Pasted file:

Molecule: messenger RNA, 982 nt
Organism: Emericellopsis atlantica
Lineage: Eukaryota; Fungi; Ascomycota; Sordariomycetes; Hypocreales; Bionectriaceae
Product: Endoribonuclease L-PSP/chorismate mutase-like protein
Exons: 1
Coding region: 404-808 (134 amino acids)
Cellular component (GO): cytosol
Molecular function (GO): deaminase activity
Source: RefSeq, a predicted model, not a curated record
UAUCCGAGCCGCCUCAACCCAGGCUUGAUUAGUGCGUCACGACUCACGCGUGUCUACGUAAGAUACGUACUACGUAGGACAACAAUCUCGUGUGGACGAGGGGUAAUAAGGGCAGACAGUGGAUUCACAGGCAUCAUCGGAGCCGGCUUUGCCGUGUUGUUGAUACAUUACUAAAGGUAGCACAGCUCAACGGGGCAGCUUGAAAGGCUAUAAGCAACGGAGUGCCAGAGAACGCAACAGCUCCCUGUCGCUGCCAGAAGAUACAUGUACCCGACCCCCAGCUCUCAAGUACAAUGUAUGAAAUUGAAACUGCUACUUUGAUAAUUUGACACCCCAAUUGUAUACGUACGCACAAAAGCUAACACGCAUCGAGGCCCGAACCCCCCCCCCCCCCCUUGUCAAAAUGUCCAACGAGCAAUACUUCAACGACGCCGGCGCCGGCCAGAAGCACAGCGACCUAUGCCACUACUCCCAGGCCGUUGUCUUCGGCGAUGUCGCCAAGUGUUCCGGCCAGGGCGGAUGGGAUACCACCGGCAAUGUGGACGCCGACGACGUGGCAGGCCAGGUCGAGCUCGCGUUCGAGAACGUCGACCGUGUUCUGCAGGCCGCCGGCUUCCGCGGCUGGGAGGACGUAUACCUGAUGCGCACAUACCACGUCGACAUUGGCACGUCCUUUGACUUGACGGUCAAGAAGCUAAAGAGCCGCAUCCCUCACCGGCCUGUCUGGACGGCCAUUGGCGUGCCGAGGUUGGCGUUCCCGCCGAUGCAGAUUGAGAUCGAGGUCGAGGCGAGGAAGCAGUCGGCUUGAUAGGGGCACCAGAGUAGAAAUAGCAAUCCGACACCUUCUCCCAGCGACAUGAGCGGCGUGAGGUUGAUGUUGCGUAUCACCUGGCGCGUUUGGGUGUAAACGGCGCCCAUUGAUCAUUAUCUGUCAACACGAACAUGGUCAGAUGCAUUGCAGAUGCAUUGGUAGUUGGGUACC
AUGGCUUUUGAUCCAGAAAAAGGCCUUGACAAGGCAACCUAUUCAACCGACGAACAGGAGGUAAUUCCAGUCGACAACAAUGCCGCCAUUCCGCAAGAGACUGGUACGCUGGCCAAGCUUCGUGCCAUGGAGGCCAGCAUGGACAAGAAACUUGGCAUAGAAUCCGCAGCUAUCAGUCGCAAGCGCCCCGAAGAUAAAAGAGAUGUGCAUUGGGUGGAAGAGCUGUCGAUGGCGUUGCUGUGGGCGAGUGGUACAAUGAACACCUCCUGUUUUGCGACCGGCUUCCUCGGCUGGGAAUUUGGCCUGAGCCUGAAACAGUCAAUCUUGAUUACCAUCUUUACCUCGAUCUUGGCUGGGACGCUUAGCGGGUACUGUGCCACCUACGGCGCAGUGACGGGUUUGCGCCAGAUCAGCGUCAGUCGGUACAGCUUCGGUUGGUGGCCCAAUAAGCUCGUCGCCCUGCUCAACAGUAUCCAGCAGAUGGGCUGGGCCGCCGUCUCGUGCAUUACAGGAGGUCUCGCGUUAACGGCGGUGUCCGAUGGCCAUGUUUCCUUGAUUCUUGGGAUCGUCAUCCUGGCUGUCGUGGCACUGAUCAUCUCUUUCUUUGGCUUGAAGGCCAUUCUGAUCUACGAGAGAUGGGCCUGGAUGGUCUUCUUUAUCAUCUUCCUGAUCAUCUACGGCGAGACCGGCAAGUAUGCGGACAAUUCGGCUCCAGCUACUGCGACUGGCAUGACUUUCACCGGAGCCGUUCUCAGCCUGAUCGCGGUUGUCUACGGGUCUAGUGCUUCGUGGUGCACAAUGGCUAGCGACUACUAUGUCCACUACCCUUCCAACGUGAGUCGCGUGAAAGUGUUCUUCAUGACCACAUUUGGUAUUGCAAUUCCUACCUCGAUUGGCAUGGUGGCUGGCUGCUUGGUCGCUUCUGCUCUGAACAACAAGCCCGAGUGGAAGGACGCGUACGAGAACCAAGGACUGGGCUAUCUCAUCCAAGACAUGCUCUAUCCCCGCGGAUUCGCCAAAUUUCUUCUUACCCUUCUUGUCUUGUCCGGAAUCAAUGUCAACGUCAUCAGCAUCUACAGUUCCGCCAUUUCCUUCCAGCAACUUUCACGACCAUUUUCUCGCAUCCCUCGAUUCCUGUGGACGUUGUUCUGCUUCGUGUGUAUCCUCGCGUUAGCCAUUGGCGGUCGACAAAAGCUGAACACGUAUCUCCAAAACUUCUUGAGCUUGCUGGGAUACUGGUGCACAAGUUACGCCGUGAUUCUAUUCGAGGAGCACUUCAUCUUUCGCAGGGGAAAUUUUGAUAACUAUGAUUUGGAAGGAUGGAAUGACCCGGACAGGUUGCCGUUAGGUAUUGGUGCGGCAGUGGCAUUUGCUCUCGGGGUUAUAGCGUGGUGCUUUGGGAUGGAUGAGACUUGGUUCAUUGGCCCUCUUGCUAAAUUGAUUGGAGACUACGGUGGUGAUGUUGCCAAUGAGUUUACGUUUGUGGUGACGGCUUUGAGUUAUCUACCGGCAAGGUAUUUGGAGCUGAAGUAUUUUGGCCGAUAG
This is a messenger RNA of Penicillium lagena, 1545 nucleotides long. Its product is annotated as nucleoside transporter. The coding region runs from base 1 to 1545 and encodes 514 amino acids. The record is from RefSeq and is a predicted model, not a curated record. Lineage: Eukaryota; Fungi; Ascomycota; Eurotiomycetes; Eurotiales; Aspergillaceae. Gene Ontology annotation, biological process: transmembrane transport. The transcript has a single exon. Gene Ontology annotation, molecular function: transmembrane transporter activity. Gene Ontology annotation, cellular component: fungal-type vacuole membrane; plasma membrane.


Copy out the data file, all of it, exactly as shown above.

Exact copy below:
Molecule: messenger RNA, 982 nt
Organism: Emericellopsis atlantica
Lineage: Eukaryota; Fungi; Ascomycota; Sordariomycetes; Hypocreales; Bionectriaceae
Product: Endoribonuclease L-PSP/chorismate mutase-like protein
Exons: 1
Coding region: 404-808 (134 amino acids)
Cellular component (GO): cytosol
Molecular function (GO): deaminase activity
Source: RefSeq, a predicted model, not a curated record
UAUCCGAGCCGCCUCAACCCAGGCUUGAUUAGUGCGUCACGACUCACGCGUGUCUACGUAAGAUACGUACUACGUAGGACAACAAUCUCGUGUGGACGAGGGGUAAUAAGGGCAGACAGUGGAUUCACAGGCAUCAUCGGAGCCGGCUUUGCCGUGUUGUUGAUACAUUACUAAAGGUAGCACAGCUCAACGGGGCAGCUUGAAAGGCUAUAAGCAACGGAGUGCCAGAGAACGCAACAGCUCCCUGUCGCUGCCAGAAGAUACAUGUACCCGACCCCCAGCUCUCAAGUACAAUGUAUGAAAUUGAAACUGCUACUUUGAUAAUUUGACACCCCAAUUGUAUACGUACGCACAAAAGCUAACACGCAUCGAGGCCCGAACCCCCCCCCCCCCCCUUGUCAAAAUGUCCAACGAGCAAUACUUCAACGACGCCGGCGCCGGCCAGAAGCACAGCGACCUAUGCCACUACUCCCAGGCCGUUGUCUUCGGCGAUGUCGCCAAGUGUUCCGGCCAGGGCGGAUGGGAUACCACCGGCAAUGUGGACGCCGACGACGUGGCAGGCCAGGUCGAGCUCGCGUUCGAGAACGUCGACCGUGUUCUGCAGGCCGCCGGCUUCCGCGGCUGGGAGGACGUAUACCUGAUGCGCACAUACCACGUCGACAUUGGCACGUCCUUUGACUUGACGGUCAAGAAGCUAAAGAGCCGCAUCCCUCACCGGCCUGUCUGGACGGCCAUUGGCGUGCCGAGGUUGGCGUUCCCGCCGAUGCAGAUUGAGAUCGAGGUCGAGGCGAGGAAGCAGUCGGCUUGAUAGGGGCACCAGAGUAGAAAUAGCAAUCCGACACCUUCUCCCAGCGACAUGAGCGGCGUGAGGUUGAUGUUGCGUAUCACCUGGCGCGUUUGGGUGUAAACGGCGCCCAUUGAUCAUUAUCUGUCAACACGAACAUGGUCAGAUGCAUUGCAGAUGCAUUGGUAGUUGGGUACC
AUGGCUUUUGAUCCAGAAAAAGGCCUUGACAAGGCAACCUAUUCAACCGACGAACAGGAGGUAAUUCCAGUCGACAACAAUGCCGCCAUUCCGCAAGAGACUGGUACGCUGGCCAAGCUUCGUGCCAUGGAGGCCAGCAUGGACAAGAAACUUGGCAUAGAAUCCGCAGCUAUCAGUCGCAAGCGCCCCGAAGAUAAAAGAGAUGUGCAUUGGGUGGAAGAGCUGUCGAUGGCGUUGCUGUGGGCGAGUGGUACAAUGAACACCUCCUGUUUUGCGACCGGCUUCCUCGGCUGGGAAUUUGGCCUGAGCCUGAAACAGUCAAUCUUGAUUACCAUCUUUACCUCGAUCUUGGCUGGGACGCUUAGCGGGUACUGUGCCACCUACGGCGCAGUGACGGGUUUGCGCCAGAUCAGCGUCAGUCGGUACAGCUUCGGUUGGUGGCCCAAUAAGCUCGUCGCCCUGCUCAACAGUAUCCAGCAGAUGGGCUGGGCCGCCGUCUCGUGCAUUACAGGAGGUCUCGCGUUAACGGCGGUGUCCGAUGGCCAUGUUUCCUUGAUUCUUGGGAUCGUCAUCCUGGCUGUCGUGGCACUGAUCAUCUCUUUCUUUGGCUUGAAGGCCAUUCUGAUCUACGAGAGAUGGGCCUGGAUGGUCUUCUUUAUCAUCUUCCUGAUCAUCUACGGCGAGACCGGCAAGUAUGCGGACAAUUCGGCUCCAGCUACUGCGACUGGCAUGACUUUCACCGGAGCCGUUCUCAGCCUGAUCGCGGUUGUCUACGGGUCUAGUGCUUCGUGGUGCACAAUGGCUAGCGACUACUAUGUCCACUACCCUUCCAACGUGAGUCGCGUGAAAGUGUUCUUCAUGACCACAUUUGGUAUUGCAAUUCCUACCUCGAUUGGCAUGGUGGCUGGCUGCUUGGUCGCUUCUGCUCUGAACAACAAGCCCGAGUGGAAGGACGCGUACGAGAACCAAGGACUGGGCUAUCUCAUCCAAGACAUGCUCUAUCCCCGCGGAUUCGCCAAAUUUCUUCUUACCCUUCUUGUCUUGUCCGGAAUCAAUGUCAACGUCAUCAGCAUCUACAGUUCCGCCAUUUCCUUCCAGCAACUUUCACGACCAUUUUCUCGCAUCCCUCGAUUCCUGUGGACGUUGUUCUGCUUCGUGUGUAUCCUCGCGUUAGCCAUUGGCGGUCGACAAAAGCUGAACACGUAUCUCCAAAACUUCUUGAGCUUGCUGGGAUACUGGUGCACAAGUUACGCCGUGAUUCUAUUCGAGGAGCACUUCAUCUUUCGCAGGGGAAAUUUUGAUAACUAUGAUUUGGAAGGAUGGAAUGACCCGGACAGGUUGCCGUUAGGUAUUGGUGCGGCAGUGGCAUUUGCUCUCGGGGUUAUAGCGUGGUGCUUUGGGAUGGAUGAGACUUGGUUCAUUGGCCCUCUUGCUAAAUUGAUUGGAGACUACGGUGGUGAUGUUGCCAAUGAGUUUACGUUUGUGGUGACGGCUUUGAGUUAUCUACCGGCAAGGUAUUUGGAGCUGAAGUAUUUUGGCCGAUAG
This is a messenger RNA of Penicillium lagena, 1545 nucleotides long. Its product is annotated as nucleoside transporter. The coding region runs from base 1 to 1545 and encodes 514 amino acids. The record is from RefSeq and is a predicted model, not a curated record. Lineage: Eukaryota; Fungi; Ascomycota; Eurotiomycetes; Eurotiales; Aspergillaceae. Gene Ontology annotation, biological process: transmembrane transport. The transcript has a single exon. Gene Ontology annotation, molecular function: transmembrane transporter activity. Gene Ontology annotation, cellular component: fungal-type vacuole membrane; plasma membrane.